Spiral galaxies (and why Galaxy Zoo is perfect for their study)

My name is Ross Hart, and I am a second year PhD student at the University of Nottingham using Galaxy Zoo data to study spiral galaxies. I am keen to write some blog posts about these galaxies, which are not only elegant in appearance, but also have a lot of interesting physics associated with them. In this first post, I will give a brief overview of spiral galaxies, and why Galaxy Zoo could be an important tool for their study.


Two-armed spiral galaxy M51 (left) and many-armed galaxy NGC 1232 (right). Image credit (M51): X-ray: NASA/CXC/SAO; Optical: Detlef Hartmann; Infrared: NASA/JPL-Caltech Image credit(NGC 1232): X-ray: NASA/CXC/Huntingdon Institute for X-ray Astronomy/G. Garmire; Optical: ESO/VLT

Spiral galaxies are the most numerous type of galaxy in the local Universe, with approximately 2/3 of local galaxies exhibiting spiral arms. Most of the gas and young stars in the disks of spiral galaxies are located in spiral arms, giving the appearance of the beautiful spiral patterns observed in galaxies such as M51 and NGC 1232 (shown above). However, the reason as to why we study these galaxies is not simply because they are pleasing to the eye; most of the star-formation in the local Universe occurs in spiral galaxies, so understanding the physics of spiral galaxies holds the key to understanding how stars form in galaxies.

Despite the relative prominence and importance of spiral galaxies, we still do not have a good understanding of how spiral galaxies form and evolve. Much of the problem as to why this is the case is that ‘spiral’ is actually far too broad a term to describe galaxies with different types of spiral structure. In particular, most galaxies have two spiral arms in a grand design spiral structure, like that of M51. However, some galaxies have many spiral arms, like NGC 1232.  However, the difference between M51 and NGC 1232 are actually thought to be much deeper than simply the number of arms that the two galaxies have; the physical processes that are responsible for their formation is also thought to be very different.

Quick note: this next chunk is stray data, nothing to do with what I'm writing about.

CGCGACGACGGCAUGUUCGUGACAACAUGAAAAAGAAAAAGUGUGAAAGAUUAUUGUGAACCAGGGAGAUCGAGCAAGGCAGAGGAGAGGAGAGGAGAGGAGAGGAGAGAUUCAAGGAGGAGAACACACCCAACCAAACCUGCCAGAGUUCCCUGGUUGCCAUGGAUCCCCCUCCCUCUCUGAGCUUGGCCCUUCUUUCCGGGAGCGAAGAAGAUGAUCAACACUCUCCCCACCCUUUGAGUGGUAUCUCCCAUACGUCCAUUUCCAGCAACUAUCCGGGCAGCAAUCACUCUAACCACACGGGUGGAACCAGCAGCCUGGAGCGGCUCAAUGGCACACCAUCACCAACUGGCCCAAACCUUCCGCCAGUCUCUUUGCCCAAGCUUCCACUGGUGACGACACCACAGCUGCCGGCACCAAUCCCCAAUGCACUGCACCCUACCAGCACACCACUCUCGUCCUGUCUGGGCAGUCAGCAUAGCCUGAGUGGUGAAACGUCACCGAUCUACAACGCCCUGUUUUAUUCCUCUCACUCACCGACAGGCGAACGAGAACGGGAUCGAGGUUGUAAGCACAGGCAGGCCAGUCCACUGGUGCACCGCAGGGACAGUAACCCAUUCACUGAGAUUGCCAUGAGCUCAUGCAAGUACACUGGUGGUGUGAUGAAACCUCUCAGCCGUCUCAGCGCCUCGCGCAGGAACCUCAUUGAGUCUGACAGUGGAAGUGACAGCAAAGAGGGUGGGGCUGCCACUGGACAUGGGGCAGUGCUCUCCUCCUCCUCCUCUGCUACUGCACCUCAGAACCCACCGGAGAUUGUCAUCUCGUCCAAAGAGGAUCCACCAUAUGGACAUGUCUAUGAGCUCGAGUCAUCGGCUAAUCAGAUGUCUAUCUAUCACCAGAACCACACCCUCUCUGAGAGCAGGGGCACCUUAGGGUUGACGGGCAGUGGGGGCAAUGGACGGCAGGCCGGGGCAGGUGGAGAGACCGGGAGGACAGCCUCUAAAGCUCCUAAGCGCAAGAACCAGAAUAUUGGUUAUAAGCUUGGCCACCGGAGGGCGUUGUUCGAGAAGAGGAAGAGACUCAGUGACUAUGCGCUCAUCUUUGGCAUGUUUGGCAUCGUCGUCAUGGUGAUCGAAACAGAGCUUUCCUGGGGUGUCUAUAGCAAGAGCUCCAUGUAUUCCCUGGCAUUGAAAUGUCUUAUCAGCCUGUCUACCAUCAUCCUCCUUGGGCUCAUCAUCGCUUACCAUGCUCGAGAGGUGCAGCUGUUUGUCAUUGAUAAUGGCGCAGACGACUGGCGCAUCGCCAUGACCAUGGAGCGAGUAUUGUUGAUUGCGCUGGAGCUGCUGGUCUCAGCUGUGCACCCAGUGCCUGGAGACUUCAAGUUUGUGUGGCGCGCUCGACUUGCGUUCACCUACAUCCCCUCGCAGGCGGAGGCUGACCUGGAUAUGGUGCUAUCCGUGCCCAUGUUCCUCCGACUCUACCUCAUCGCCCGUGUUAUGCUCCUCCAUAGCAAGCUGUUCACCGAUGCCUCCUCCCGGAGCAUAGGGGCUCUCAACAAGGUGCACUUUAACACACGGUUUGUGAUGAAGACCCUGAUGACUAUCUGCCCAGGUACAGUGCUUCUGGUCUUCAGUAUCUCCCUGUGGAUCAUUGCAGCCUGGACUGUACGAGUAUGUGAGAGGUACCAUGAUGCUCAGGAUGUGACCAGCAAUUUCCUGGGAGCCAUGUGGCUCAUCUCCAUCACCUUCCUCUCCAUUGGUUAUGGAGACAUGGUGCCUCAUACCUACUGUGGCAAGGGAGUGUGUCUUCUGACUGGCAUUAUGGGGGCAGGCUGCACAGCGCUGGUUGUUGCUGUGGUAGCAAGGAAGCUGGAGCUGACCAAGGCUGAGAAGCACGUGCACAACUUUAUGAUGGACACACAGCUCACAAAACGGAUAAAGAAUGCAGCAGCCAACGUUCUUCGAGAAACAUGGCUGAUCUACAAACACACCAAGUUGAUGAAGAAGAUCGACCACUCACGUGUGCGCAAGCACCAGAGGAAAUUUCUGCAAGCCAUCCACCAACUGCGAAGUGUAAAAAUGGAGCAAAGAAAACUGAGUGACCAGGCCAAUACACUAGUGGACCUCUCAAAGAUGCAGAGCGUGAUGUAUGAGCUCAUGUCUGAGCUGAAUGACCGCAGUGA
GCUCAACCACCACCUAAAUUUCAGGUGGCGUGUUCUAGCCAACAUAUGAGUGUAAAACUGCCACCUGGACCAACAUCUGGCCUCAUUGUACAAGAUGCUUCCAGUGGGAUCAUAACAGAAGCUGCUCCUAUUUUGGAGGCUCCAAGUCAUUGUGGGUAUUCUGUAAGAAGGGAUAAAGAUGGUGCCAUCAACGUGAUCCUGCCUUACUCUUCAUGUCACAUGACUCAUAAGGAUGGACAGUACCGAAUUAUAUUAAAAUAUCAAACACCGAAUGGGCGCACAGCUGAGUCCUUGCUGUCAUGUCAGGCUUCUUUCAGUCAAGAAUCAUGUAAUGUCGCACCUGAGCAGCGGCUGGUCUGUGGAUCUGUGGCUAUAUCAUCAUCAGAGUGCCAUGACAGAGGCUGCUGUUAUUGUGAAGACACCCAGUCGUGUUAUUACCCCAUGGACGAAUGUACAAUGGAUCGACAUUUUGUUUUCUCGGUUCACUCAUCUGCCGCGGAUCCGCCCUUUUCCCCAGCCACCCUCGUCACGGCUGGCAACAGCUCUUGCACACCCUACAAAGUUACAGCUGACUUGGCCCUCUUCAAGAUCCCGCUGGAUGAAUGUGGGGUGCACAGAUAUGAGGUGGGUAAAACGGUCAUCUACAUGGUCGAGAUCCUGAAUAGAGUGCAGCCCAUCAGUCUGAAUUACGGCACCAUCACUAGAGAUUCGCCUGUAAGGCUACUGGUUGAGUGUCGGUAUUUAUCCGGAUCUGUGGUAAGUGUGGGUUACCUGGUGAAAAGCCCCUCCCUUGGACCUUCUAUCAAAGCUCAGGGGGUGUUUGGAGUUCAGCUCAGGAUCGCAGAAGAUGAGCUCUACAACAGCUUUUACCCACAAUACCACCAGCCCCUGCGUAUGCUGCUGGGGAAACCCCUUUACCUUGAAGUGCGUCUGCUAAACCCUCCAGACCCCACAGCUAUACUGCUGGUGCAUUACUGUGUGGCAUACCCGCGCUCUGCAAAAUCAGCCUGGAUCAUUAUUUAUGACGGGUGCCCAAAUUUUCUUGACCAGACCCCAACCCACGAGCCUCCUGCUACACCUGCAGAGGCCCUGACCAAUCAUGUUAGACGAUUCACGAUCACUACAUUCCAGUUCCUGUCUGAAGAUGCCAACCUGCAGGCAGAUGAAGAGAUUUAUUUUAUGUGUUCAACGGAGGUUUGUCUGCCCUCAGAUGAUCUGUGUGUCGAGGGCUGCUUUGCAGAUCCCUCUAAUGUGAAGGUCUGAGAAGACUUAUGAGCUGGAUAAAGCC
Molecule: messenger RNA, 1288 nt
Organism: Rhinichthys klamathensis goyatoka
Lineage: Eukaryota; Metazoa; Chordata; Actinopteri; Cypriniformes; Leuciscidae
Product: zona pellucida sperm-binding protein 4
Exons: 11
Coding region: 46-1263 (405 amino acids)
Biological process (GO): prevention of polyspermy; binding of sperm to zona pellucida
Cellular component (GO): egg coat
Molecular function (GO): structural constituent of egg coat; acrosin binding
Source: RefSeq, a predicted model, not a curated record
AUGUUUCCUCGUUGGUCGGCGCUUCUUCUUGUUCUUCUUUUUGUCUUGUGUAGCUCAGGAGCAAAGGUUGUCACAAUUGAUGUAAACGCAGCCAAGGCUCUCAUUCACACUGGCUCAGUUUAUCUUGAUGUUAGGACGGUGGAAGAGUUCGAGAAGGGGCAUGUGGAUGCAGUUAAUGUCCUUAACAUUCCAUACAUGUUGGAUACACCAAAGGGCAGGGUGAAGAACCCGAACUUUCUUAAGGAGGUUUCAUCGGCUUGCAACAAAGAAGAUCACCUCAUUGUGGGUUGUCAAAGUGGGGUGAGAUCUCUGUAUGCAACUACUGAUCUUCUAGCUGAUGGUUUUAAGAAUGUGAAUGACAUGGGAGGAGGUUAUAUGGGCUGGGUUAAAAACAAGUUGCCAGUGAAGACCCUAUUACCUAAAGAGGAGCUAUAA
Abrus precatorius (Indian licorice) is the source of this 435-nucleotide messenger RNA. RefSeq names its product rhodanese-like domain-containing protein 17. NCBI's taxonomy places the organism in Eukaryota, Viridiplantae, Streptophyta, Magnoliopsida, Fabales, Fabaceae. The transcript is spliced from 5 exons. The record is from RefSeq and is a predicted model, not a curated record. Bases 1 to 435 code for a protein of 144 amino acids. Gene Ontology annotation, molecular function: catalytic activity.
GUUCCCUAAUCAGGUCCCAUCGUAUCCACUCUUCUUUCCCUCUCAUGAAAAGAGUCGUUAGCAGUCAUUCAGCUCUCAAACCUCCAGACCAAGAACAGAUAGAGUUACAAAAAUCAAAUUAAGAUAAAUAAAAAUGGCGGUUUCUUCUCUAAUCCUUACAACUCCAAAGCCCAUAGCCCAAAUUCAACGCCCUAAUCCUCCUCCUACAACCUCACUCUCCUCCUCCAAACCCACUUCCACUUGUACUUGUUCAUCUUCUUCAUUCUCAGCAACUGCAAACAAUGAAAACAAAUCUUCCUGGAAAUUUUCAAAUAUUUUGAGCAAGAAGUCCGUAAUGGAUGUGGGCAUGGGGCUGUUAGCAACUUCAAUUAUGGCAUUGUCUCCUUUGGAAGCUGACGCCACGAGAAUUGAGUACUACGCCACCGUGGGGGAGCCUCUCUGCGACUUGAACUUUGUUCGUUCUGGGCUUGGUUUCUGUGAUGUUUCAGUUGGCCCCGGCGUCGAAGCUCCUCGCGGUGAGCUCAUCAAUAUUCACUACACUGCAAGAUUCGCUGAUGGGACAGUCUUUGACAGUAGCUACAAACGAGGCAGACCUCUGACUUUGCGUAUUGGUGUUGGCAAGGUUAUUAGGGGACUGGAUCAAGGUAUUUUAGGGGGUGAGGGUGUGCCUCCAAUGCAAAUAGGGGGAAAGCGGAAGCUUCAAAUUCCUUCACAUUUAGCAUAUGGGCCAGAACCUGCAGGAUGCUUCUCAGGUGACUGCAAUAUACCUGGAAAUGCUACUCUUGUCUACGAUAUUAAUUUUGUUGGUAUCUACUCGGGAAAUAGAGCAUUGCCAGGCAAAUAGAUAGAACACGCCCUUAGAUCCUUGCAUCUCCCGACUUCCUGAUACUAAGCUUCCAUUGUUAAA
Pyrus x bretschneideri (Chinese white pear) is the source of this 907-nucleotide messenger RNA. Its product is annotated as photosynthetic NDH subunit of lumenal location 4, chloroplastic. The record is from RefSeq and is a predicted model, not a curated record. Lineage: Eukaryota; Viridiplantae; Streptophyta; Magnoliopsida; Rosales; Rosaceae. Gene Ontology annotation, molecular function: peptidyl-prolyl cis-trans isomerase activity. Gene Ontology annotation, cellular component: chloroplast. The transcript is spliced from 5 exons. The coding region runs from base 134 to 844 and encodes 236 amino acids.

In order to study spiral galaxies in any level of detail, we require a method of classifying galaxies by the type of spiral structure they have, which requires detailed morphological classifications. It is for this reason that Galaxy Zoo provides an exciting opportunity to compare spiral galaxies in a way that simply hasn’t been possible before. Thanks to all of the volunteers who helped to classify galaxies in Galaxy Zoo 2, we have access to a  sample of spiral galaxies classified with unprecedented size. All of these galaxies have been classified by arm number, so we have the ideal tool for investigating how these different spiral structures form in a level of detail that hasn’t been possible before.

About Ross Hart

PhD student at the University of Nottingham

7 responses to “Spiral galaxies (and why Galaxy Zoo is perfect for their study)”

  1. Jean Tate says :

    Welcome, Ross Hart! This is a great first blog post, and I’m looking forward reading others on spirals.

    Two questions, if I may:
    1) What’s the purple haze that covers a bit less than half of NGC 1232?
    2) you write “Spiral galaxies are the most numerous type of galaxy in the local Universe, with approximately 2/3 of local galaxies exhibiting spiral arms.” Yet, in the Local Group of ~50 galaxies, only three or four are spirals, right?

    • Jean Tate says :

      I started a thread, in GZ Talk, to discuss this blog post, and subsequent ones on the same topic. It’s called “”Spiral galaxies (and why Galaxy Zoo is perfect for their study)” – new GZ blog post”; here’s the URL: https://talk.galaxyzoo.org/#/boards/BGZ0000001/discussions/DGZ0001vph

    • Kyle Willett says :

      1. The purple haze is an overlay of the X-ray emission in the galaxy, coming from gas with temperature ~ millions of degrees. It’s a combination optical and X-ray image; the gas is probably heated due to a past merger.
      2. I’ll let Ross answer his own words more specifically, but will note that the fraction of galaxies with spiral arms depends really strongly on what mass range you’re looking at. More massive galaxies are much more likely to be elliptical, while galaxies the size of the Milky Way are more often spirals. The low mass end has more irregulars (and it’s not clear that there’s a strict lower bound in mass for what’s considered a “galaxy”).

  2. yue says :

    wow amazing!
    i am a Y4 student from The University of Nottingham, Ningbo, CHINA
    nice 2 meet u

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